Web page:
Pat Shingleton: "Thunder and a Thunderous Speech"
On July 1, 1776, debate was underway in Philadelphia concerning whether the 13 American colonies should declare their independence from Great Britain. As noted in a previous column, John Dickinson appealed for loyalty to Britain. When John Adams began his oration a summertime thunderstorm erupted. He delivered a powerful speech in the midst of lightning and rolling thunder. At Independence Hall, candles were lit for the Continental Congress as Adams continued his passionate address; louder than the weather outside. The following day the momentous vote was taken during another thunderstorm. Two days later, a frontal passage ushered in cool air for Philadelphia and for the signing of the Declaration of Independence on the Fourth of July.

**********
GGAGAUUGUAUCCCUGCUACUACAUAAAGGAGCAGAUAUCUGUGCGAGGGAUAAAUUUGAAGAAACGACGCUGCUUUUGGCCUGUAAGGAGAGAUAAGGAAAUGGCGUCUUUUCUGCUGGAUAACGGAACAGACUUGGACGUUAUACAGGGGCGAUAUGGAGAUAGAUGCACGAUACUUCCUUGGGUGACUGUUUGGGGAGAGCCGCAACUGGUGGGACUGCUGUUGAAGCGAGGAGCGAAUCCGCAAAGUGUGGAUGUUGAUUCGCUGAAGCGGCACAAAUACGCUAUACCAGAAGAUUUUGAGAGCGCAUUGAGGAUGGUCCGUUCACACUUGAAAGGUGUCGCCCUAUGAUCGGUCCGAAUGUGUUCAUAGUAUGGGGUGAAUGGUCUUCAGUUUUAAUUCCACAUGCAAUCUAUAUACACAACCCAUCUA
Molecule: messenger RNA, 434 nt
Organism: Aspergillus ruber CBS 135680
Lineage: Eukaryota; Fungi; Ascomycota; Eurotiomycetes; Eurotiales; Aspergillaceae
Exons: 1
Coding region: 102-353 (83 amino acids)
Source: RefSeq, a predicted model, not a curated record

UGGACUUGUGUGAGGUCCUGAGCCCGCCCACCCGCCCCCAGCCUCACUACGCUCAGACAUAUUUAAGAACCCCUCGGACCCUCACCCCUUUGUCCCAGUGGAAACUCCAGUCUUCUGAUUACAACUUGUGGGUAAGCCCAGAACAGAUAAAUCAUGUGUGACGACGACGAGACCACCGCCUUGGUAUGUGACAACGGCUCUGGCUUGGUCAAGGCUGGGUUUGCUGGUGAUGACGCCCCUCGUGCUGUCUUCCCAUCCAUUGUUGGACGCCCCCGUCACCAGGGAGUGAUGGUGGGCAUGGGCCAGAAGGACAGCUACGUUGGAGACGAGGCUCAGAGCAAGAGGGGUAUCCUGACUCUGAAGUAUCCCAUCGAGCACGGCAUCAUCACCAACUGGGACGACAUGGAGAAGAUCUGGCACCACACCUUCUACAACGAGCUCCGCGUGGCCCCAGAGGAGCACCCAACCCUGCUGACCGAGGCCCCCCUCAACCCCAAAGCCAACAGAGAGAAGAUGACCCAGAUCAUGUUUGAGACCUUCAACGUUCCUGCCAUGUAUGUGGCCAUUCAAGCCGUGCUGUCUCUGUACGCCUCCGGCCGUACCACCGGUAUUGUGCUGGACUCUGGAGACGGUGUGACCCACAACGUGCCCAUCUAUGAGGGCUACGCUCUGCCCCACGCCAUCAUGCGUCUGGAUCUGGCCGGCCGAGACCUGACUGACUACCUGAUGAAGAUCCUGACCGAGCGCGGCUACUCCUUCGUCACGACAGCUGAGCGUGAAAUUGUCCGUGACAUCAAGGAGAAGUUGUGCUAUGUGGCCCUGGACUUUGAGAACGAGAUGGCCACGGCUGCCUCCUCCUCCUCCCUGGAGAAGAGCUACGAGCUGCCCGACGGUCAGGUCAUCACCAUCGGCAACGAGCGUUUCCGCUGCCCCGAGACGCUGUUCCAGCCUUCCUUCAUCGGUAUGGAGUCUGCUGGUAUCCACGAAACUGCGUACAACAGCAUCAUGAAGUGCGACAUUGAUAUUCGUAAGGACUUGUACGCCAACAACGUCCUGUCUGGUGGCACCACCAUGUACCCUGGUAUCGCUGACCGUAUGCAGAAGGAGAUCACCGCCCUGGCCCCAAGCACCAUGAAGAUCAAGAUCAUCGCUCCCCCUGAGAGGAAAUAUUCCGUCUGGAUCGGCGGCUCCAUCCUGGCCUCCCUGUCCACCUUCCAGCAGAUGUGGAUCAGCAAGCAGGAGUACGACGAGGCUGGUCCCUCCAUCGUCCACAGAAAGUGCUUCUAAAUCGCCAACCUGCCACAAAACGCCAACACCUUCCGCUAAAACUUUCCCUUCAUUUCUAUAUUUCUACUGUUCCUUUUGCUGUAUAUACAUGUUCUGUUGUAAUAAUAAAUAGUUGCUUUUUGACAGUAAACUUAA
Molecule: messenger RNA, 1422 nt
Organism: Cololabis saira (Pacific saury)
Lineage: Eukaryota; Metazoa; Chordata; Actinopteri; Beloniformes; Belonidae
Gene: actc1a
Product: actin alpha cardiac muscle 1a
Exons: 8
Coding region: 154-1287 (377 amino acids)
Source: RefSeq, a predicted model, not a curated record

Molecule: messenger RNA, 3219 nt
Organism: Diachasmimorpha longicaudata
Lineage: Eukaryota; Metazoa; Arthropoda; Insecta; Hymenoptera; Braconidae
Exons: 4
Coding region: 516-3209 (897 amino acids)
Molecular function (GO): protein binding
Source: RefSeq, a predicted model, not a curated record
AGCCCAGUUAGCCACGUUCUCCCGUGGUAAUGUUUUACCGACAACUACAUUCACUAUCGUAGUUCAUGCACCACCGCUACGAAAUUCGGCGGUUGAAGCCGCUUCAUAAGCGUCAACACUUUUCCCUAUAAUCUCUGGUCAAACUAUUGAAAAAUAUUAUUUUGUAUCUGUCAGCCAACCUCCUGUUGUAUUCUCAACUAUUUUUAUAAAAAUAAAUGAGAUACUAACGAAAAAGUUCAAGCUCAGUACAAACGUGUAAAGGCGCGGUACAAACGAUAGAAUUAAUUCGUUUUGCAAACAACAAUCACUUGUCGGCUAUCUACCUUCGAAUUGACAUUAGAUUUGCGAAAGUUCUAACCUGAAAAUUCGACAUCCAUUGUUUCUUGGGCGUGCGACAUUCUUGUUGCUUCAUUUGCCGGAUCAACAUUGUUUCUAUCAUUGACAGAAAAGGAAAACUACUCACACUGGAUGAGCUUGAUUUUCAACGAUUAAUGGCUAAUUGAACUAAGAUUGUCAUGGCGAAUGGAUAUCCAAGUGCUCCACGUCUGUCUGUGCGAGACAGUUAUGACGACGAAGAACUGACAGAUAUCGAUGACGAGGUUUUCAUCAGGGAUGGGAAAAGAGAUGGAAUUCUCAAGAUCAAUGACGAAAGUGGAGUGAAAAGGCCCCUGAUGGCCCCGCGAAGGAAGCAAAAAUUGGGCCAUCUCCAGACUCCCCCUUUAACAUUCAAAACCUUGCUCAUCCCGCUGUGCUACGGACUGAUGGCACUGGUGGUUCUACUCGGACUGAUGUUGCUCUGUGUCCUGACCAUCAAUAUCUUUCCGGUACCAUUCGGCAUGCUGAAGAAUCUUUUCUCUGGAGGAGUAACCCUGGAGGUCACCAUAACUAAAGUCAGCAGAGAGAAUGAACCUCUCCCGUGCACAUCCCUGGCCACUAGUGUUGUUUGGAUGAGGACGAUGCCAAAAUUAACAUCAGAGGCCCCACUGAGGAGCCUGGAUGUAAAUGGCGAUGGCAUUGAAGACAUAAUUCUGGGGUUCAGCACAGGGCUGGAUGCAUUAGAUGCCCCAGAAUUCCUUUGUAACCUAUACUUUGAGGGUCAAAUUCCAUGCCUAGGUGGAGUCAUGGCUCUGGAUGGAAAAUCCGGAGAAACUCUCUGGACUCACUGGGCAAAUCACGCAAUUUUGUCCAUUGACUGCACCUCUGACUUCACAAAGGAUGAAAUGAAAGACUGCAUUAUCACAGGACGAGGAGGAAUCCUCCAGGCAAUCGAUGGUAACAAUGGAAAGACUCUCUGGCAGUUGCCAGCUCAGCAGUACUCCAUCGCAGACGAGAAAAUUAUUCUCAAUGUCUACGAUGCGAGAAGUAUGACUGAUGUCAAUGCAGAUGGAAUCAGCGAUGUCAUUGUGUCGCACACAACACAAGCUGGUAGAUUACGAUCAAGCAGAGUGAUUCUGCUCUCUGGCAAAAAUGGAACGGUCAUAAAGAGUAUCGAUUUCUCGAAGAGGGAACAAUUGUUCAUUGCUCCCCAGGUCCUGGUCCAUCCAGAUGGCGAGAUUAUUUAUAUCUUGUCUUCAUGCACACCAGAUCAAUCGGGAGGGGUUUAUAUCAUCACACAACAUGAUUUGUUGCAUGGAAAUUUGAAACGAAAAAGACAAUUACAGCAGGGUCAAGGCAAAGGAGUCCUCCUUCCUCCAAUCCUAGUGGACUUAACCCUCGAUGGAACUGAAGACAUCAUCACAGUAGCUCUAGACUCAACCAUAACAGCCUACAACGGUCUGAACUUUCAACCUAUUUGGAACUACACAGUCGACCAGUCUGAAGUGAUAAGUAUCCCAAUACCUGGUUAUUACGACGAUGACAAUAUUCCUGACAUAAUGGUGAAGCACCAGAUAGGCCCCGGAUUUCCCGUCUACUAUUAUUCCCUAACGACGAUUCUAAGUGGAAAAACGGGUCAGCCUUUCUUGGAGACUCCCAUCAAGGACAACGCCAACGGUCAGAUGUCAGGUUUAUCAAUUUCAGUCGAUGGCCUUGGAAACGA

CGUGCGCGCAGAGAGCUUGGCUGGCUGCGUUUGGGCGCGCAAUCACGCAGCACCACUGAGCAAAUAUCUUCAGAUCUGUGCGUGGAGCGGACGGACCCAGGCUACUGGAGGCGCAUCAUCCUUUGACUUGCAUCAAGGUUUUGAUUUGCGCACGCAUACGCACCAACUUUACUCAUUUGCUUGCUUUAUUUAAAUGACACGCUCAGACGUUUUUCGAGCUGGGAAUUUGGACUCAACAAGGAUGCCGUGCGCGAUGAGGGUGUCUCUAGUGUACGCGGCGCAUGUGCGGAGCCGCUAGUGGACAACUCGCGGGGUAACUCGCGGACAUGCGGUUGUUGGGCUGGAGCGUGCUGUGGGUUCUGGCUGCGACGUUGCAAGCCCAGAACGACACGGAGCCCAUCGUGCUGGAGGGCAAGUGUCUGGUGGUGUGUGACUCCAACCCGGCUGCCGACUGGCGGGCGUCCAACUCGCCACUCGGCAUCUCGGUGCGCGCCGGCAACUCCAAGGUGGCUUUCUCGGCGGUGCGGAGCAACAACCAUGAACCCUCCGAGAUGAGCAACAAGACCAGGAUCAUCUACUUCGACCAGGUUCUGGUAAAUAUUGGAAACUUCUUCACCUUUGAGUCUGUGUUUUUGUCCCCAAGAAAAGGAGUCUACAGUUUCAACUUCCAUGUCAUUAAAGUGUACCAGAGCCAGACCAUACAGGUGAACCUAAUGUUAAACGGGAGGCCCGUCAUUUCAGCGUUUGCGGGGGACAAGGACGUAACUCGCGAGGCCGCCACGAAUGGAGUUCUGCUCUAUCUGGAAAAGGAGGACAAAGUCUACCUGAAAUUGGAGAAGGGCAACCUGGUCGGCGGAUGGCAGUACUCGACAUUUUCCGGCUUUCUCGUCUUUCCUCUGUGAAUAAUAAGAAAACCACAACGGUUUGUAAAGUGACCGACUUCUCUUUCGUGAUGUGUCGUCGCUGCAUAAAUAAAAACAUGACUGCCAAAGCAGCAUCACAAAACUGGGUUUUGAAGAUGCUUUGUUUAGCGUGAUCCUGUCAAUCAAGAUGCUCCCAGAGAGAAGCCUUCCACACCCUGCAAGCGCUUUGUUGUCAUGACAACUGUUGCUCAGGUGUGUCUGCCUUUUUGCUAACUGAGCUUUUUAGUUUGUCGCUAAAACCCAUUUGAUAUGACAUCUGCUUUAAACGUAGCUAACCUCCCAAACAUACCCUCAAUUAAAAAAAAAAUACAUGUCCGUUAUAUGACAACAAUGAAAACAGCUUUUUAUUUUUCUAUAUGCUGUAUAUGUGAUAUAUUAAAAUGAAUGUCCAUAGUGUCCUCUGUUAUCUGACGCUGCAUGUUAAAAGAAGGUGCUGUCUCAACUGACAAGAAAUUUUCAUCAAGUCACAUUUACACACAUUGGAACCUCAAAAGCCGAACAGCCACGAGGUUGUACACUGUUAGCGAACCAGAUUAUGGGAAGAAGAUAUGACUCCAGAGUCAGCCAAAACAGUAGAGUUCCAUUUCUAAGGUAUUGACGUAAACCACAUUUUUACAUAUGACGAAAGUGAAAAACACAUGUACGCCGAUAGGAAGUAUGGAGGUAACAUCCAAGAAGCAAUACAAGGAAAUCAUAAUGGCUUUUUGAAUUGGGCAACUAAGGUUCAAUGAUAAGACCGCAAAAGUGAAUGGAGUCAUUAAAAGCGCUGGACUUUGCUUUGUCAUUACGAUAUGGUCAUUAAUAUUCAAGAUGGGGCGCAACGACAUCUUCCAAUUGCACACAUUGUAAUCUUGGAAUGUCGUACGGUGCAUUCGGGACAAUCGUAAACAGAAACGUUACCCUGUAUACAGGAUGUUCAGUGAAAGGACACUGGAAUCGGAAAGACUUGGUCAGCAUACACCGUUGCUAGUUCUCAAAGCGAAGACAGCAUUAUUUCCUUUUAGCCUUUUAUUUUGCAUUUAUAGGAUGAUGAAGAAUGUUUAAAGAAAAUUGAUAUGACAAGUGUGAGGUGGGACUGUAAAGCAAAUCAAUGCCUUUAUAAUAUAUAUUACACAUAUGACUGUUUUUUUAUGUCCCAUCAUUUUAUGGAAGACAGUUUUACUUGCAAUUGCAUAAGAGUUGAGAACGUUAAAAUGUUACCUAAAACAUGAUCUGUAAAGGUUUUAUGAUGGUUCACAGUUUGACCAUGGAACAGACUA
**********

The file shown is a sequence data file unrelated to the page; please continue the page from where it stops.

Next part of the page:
Desktop NewsClick to open Continuous News in a sidebar that updates in real-time.
Financial help coming to families of fallen law enforcement heroes
Metro Council members oppose police residency requirements
Fund for first responders continues to grow
State Attorney General to hold board meeting for support of the families...
JPSO deputy shot and killed a man after pulling a gun on...